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Originally published June 17, 2013 at 8:35 PM | Page modified June 18, 2013 at 9:16 AM

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Snowden calls U.S. intelligence ‘aggressively criminal’

In an online chat on the Guardian newspaper’s website, the former National Security Agency contractor promised to release more secrets about U.S. intelligence.

Tribune Washington Bureau

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WASHINGTON — Defiant and apparently unbowed by threats of prosecution, former National Security Agency (NSA) contractor Edward Snowden vowed Monday to release more secrets about U.S. intelligence surveillance systems that he described as “nakedly, aggressively criminal.”

Snowden, who has been hiding in Hong Kong, said NSA analysts routinely obtain emails and other Internet communications of Americans as part of the cyberspying agency’s surveillance of global telecommunications and Internet traffic.

Writing in a chat on the website of Britain’s Guardian newspaper, Snowden said U.S. communications are “collected and viewed on a daily basis” by NSA analysts operating without a specific warrant. “They excuse this as ‘incidental’ collection, but at the end of the day, someone at NSA still has the content of your communications.”

Internal audits that show the NSA is not spying on Americans “are cursory, incomplete and easily fooled by fake justifications,” Snowden said.

U.S. intelligence officials did not respond to Snowden’s statements. Former NSA officials rejected his portrayal, however, saying the agency follows strict procedures to keep confidential any names of Americans caught up in monitoring efforts aimed at foreign terrorists, and sharply limit who can see the data.

“His premise is just false,” said a former NSA official who asked not to be identified in discussing classified programs. “What he’s saying is like a quarter true, but it’s the worst kind of truth, because it’s fundamentally misleading.”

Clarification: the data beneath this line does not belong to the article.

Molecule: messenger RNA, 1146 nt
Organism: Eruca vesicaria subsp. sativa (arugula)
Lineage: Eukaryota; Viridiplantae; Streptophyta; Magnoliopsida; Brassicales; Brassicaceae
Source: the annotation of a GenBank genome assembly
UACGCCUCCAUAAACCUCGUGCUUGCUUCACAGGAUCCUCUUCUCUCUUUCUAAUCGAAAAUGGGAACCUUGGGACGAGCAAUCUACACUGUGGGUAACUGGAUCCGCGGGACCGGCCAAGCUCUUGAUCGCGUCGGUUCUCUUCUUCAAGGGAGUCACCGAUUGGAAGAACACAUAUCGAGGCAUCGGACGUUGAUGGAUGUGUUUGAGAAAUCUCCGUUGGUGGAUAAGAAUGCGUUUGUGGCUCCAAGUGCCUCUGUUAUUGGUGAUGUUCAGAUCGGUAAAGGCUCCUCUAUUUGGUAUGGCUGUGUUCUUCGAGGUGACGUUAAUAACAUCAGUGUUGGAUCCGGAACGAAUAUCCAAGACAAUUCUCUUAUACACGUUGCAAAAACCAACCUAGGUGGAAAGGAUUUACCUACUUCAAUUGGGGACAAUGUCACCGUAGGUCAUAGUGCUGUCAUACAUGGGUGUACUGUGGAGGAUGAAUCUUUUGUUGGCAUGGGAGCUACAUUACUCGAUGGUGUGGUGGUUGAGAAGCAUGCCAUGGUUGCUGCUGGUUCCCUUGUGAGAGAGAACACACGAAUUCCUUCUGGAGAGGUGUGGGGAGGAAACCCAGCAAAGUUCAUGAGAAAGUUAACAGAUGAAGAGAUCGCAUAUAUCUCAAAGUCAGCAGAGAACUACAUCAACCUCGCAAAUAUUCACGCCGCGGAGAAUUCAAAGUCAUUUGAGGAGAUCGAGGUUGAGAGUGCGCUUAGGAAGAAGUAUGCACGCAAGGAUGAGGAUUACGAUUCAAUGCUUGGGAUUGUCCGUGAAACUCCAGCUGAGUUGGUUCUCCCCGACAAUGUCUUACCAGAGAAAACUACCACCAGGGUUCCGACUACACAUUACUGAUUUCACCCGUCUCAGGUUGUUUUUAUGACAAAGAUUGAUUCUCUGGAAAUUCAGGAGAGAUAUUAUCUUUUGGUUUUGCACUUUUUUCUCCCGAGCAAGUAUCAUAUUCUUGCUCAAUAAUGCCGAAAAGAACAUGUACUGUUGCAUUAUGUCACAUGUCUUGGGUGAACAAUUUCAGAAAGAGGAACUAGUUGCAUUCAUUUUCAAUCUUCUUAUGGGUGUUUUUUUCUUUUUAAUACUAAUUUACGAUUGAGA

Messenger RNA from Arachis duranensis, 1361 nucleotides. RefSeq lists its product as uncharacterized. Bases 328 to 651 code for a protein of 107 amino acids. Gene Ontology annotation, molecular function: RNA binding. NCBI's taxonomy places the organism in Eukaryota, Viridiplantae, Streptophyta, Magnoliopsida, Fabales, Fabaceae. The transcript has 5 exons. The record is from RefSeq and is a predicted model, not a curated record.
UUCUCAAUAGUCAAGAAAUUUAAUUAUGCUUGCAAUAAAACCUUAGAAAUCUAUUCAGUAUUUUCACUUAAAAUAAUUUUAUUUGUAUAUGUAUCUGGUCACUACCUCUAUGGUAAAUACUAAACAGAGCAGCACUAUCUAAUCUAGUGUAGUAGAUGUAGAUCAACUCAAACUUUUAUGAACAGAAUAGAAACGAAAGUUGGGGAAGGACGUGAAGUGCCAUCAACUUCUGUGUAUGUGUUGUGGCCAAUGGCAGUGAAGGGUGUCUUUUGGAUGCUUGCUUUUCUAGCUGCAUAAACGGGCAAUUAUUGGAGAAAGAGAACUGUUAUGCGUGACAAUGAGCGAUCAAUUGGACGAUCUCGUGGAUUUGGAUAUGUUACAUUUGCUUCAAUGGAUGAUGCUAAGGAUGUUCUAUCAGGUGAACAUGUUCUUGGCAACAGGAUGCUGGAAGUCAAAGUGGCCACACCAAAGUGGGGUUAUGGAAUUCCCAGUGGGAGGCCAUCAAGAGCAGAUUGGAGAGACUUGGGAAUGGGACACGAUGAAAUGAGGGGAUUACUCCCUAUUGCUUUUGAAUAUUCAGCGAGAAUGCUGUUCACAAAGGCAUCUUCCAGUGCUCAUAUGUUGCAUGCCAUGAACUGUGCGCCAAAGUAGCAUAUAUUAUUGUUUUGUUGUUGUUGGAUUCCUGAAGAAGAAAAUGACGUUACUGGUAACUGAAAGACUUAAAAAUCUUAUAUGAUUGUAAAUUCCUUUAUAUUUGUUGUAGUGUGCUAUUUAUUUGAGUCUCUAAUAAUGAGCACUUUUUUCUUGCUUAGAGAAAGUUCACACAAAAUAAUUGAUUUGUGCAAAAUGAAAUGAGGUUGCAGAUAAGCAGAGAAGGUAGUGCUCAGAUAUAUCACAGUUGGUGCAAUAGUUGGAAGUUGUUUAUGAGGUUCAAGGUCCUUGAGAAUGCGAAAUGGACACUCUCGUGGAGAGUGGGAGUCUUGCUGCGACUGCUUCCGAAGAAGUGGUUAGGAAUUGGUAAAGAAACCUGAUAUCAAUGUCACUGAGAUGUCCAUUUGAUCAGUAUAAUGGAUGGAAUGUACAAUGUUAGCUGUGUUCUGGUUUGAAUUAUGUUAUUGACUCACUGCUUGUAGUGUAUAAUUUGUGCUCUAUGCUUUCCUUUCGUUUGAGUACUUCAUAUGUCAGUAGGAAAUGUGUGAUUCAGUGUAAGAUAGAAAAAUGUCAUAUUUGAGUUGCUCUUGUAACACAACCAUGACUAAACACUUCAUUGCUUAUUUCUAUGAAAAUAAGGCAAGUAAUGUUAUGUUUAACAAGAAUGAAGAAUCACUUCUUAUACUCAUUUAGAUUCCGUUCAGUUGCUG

The former official said the name of an American inadvertently monitored would be blacked out in any intelligence report, and the communications could be examined only for foreign intelligence relevance. Further investigation would require FBI involvement and probably a warrant, the person said.

Snowden unmasked himself June 9 as the source for news accounts that disclosed highly classified NSA programs to collect and store millions of telephone calling records, work with U.S. Internet companies to obtain data on foreign terrorism suspects operating overseas and carry out other clandestine efforts.

President Obama, in an interview taped Sunday with PBS talk-show host Charlie Rose, said he has asked intelligence agencies to determine whether more details about the classified programs can be released without hurting their usefulness.

“They are in that process of doing so now, so that everything that I’m describing to you today, people, the public, newspapers ... can look at,” Obama said. “Because frankly, if people are making judgments just based on (what has) been leaked, they’re not getting the complete story.”

Justice Department officials have said they are preparing criminal charges against Snowden, 29, who worked as a systems administrator for an NSA facility near Honolulu.

He flew to Hong Kong last month and began talking to reporters.

More disclosures are coming, Snowden said, regardless of his fate.

“All I can say right now is the U.S. government is not going to be able to cover this up by jailing or murdering me,” he said. “Truth is coming, and it cannot be stopped.”

Snowden said he had had no contact with the Chinese government, and he rejected speculation that he would spill U.S. intelligence secrets to another country in exchange for asylum.

“Ask yourself: If I were a Chinese spy, why wouldn’t I have flown directly into Beijing?” Snowden said. “I could be living in a palace petting a phoenix by now.”

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